Nancy Astor was, by early 20th century standards, a real piece of work. She was the first female member of the British Parliament, which some doubted she deserved since she was born American and had taken over the post after her second, wildly wealthy husband Waldorf Astor vacated it. She was reportedly out of touch, not too interested in politics, and supported causes that were unpopular in England, like temperance. Winston Churchill was, as you know, The Man. Or at least that's how history remembers him. And although this interchange could have happened, it probably didn’t—the joke had existed for decades in other forms. There is a name for attributing quotes to Churchill, coined by Nigel Rees, called Churchillian Drift.

5. "One man can make a difference and every man should try." — John F. Kennedy

This one is pretty close. One of the first publications of this quote is from a 1989 book, Respectfully Quoted: A Dictionary of Quotations, and it’s attributed to Jackie Kennedy, not her late husband. It was written on a card in a traveling exhibit celebrating the opening of the JFK Library in 1979. The latest 2010 reprint of the quote book still contains the passage and attribution, meaning no one was able to contest that it was Jackie who said it in the intervening years.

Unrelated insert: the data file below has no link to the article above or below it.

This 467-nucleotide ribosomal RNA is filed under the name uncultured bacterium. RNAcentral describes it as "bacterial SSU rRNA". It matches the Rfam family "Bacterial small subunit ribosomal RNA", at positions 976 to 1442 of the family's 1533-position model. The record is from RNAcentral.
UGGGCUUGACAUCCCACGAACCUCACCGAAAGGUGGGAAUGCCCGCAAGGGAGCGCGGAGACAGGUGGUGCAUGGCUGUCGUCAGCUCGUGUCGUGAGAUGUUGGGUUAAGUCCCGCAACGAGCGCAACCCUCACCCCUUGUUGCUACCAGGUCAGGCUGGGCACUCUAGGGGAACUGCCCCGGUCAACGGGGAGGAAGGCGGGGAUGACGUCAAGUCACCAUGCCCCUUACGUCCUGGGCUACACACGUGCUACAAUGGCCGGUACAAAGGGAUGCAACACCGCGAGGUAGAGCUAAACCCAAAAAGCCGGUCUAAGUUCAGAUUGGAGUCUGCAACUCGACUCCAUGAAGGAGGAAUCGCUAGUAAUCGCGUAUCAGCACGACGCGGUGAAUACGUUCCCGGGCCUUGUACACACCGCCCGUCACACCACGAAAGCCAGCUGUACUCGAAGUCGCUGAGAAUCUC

6. “If you look for the bad in mankind expecting to find it, you surely will.” — Abraham Lincoln

It’s not your fault if you were sure Lincoln actually said this. It’s Disney’s. Because besides manufacturing completely unrealistic expectations for little girls' weddings and hairstyles, they also manufacture the occasional Abraham Lincoln quote. This was the quote inscribed in Pollyanna’s dead father’s locket, in the 1960 film Pollyanna. Roy Disney loved the quote and had it inscribed on thousands of lockets to sell in the Disneyland gift shops, which greatly disturbed the screenwriter David Swift, who had made up the quote. When Swift called Disney with the bad news, all the lockets were recalled.